The ‘bad man’ and society: A review of Kemi Adetiba’s ‘King of Boys’
The ‘King of Boys’ is the title of a film that was written and produced by a young writer and filmmaker Kemi Adeniba. It was released in Lagos some time ago. Watching it on Netflix left a very powerful impression. The story was a credible yarn, unfolding with a crisp, effortless flow. The characters were authentic, and the language – a melange of Yoruba, English, and pidgin blended perfectly.
Following the original film, a series of seven installments has been launched on Netflix. It is titled – yes, ‘King of Boys: the Return of the King’.
It has always been a matter occasioning moral ambivalence when a character who is an out and out villain is painted in literature or film in such profound human complexity that, in the eyes of the audience, he acquires a heroic status of sorts. It is the ultimate expression of moral collapse when the most strait-laced, judgmental consumer of the artistic fare begins to cheer for a ‘hero’ who by the normal rules of decent society should be dead or safely behind bars.
In modern times, the prototypical hero-villain is Don Corleone, ‘The Godfather’ of the book and film series that have provided untold hours of pleasure and hero worship to at least two generations of viewing and reading public all over the world. Priests, lawmen, dashing young men, and frail old ladies are among millions of people who consider Don Corleone and his son Michael, as well as some of the crooks and killers the gathered around them, as some of the most compelling characters they are ever likely to encounter. People who live by the sword and disdain the normal laws of society are seen, not just as perverse sociopaths but as cerebral, calculating protagonists with their own set of laws which they enforce with relentless, brutal efficiency. They are philosophical, even religious, showing reverence and devotion to their own idea of God. Don Corleone’s people, like most of their Sardinian Italian countrymen, are devout Catholics who love their wives and children and are devoted to their mothers. How they square their gory profession with their reverence for God can be illustrated by a scene where a hitman goes to kill a target inside a Church. There is a statue of the Madonna inside the Church. The hitman reverently and apologetically turns the face of the Madonna away, shoots his victim dead, then turns the face of the Madonna back the right way and mutters a prayer before making his exit.
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Psychiatrists have devoted great amounts of research time to the study of the criminal mind, but they have not been able to fathom why even they can become fascinated by such characters. There is a psychiatrist in Lagos who laces his conversation with profound philosophical quotes from the Corleones.
Contemplating making a woman ‘King of Boys’ in a Nigerian society where even the criminal underworld is male-dominated is a bold paean to the power and potential of women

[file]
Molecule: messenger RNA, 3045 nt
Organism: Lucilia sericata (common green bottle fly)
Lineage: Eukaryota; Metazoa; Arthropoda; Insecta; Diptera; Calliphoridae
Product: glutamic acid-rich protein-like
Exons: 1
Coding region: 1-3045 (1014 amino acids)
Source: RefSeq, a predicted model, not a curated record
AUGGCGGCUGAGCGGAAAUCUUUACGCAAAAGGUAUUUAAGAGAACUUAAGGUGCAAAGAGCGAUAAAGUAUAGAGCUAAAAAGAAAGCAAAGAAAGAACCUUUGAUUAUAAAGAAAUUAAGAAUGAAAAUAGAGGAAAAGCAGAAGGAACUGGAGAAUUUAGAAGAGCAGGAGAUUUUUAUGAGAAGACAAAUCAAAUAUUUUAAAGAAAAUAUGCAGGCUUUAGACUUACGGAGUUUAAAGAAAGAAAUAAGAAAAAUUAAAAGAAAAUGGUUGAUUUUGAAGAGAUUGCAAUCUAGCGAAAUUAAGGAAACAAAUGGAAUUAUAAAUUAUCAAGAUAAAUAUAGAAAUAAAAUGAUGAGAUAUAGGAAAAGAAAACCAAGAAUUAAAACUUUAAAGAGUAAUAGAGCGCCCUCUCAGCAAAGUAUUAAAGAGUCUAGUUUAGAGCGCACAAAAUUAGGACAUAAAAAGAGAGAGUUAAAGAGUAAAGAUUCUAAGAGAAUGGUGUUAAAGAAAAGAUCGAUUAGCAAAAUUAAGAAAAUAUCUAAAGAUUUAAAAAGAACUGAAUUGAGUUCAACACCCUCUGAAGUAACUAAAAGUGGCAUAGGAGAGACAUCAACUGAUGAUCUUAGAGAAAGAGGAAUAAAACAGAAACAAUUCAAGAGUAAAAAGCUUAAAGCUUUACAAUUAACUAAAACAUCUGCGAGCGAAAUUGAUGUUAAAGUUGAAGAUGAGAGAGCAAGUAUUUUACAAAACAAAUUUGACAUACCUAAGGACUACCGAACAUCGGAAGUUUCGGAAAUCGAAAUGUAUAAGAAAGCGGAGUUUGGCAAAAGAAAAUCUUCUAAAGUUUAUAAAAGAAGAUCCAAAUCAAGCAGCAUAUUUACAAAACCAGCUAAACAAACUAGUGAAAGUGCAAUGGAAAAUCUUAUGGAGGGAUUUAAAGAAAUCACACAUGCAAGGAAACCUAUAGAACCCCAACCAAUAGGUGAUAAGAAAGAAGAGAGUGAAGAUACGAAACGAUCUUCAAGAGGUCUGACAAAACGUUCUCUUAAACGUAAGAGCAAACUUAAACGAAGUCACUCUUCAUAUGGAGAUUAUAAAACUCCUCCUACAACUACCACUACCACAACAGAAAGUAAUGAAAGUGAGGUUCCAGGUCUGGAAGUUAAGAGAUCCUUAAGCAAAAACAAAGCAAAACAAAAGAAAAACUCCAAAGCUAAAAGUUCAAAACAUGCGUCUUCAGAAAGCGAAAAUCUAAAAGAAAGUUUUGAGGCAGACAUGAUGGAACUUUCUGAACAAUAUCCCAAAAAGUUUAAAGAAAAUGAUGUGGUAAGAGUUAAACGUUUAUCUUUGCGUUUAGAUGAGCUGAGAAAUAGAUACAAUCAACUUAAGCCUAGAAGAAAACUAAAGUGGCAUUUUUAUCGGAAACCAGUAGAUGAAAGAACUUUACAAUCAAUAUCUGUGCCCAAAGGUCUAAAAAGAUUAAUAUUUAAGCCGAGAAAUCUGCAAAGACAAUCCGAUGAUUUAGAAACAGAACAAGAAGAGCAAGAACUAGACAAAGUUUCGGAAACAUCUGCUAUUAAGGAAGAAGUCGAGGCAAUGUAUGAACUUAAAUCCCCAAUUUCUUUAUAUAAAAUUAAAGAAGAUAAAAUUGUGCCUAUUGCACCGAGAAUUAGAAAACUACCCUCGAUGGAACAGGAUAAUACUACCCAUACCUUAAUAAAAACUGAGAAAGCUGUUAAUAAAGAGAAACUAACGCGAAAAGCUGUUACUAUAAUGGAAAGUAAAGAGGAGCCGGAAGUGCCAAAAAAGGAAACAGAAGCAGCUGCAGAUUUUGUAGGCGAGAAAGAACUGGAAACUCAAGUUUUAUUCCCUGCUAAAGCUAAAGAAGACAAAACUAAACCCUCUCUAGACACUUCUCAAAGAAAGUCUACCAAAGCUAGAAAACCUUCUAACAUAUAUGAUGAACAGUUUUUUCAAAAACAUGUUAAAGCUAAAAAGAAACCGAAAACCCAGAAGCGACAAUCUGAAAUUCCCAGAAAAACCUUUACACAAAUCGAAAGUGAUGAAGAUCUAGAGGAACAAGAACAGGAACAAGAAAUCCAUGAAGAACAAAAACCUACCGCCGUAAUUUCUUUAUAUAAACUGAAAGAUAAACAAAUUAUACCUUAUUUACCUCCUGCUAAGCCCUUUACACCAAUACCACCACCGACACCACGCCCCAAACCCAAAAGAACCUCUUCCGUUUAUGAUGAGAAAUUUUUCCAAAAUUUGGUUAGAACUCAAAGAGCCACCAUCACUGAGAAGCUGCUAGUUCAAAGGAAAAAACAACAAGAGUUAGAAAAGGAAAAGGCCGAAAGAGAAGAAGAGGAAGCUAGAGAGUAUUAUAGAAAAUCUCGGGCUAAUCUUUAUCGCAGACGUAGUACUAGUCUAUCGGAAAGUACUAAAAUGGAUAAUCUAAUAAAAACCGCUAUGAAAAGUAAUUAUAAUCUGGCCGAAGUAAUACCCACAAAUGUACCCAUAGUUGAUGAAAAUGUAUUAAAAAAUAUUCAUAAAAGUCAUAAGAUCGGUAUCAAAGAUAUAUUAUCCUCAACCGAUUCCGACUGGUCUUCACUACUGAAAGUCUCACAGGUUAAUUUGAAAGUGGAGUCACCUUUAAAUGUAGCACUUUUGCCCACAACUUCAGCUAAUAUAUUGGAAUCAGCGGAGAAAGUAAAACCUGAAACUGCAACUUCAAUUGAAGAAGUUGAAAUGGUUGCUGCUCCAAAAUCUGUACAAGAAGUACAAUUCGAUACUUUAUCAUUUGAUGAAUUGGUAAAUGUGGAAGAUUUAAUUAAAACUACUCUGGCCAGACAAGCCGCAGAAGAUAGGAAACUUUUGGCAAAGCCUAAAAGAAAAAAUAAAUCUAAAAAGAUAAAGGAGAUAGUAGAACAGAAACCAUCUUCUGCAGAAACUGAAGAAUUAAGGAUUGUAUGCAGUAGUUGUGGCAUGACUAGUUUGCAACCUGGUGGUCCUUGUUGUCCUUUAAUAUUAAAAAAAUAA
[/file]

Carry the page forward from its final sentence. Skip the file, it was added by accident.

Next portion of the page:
Eniola, ‘The King of Boys’ is an unlettered country girl who grows wise and hard in the most pernicious, most unforgiving rigours of crime-riddled life in a Lagos ghetto. The original ‘King of Boys’, aging and befuddled by the passionate embrace of a beautiful young woman who stokes the embers of his waning masculinity, is played with great realism by veteran actor Jide Kosoko. He is acknowledged head of all the criminal gangs in that neck of the woods. Nothing happens without his say-so. One thing leads to another, in a manner of speaking. A deathbed Nikkai seals a hasty marriage. The shy and illiterate little girl, now a beautiful femme fatale, inherits ‘the King’s’ wealth when he dies, but even more importantly, his mantle. She has to prove her mettle and show she is worthy of sitting at the head of the table where killers and criminals gather regularly to talk business. She pulls it off with deadly aplomb.
In a manner reminiscent of Don Corleone, she dispenses favours to the aggrieved and downtrodden. On the dirt-infested streets of the Lagos slum, she is open-handed, ostentatiously interested in the most trivial details of the life of a commoner, and ‘blind to the colour of money’.
Kemi Adetiba, writer, producer, and director of ‘The King of Boys’ and ‘The Return of the King’ has taken on a very ambitious project by creating such a powerful anti-hero and trying to make her credible and likable. Contemplating making a woman ‘King of Boys’ in a Nigerian society where even the criminal underworld is male-dominated is a bold paean to the power and potential of women. To complicate matters further, this ‘King’ is politically interested and politically involved. Not content to be ‘the power behind the throne’, not content to be financier and enforcer for the shenanigans of political jobbers, ambitious for herself and her dynasty, nothing is off the table, including what looks like an impossibly long shot at the Governor’s office in Lagos. Meanwhile, she must not lose her grip on her underworld constituency, the real source of her power.
The series is a chance for Sola Sobowale, one of the most powerful character actors in Nollywood to show her force and range. By and large, she delivers. There is impressive acting from Adesua Etomi -Wellington as the King’s daughter and another young actor evokes pathos portraying a whistleblowing tyro journalist who is taken through a painful lesson in how, in the real world, ‘the truth is not enough’.
An exciting product from the Nigerian Film industry. The story line may be a bit of an overreach, but the excitement is real, and the portrayal is very professional. Even those who are no great admirers of ‘bad man’ heroes will find something to relate to in the portrayal of the seamy underbelly of Nigerian politics.
This film is highly recommended to the viewing audience.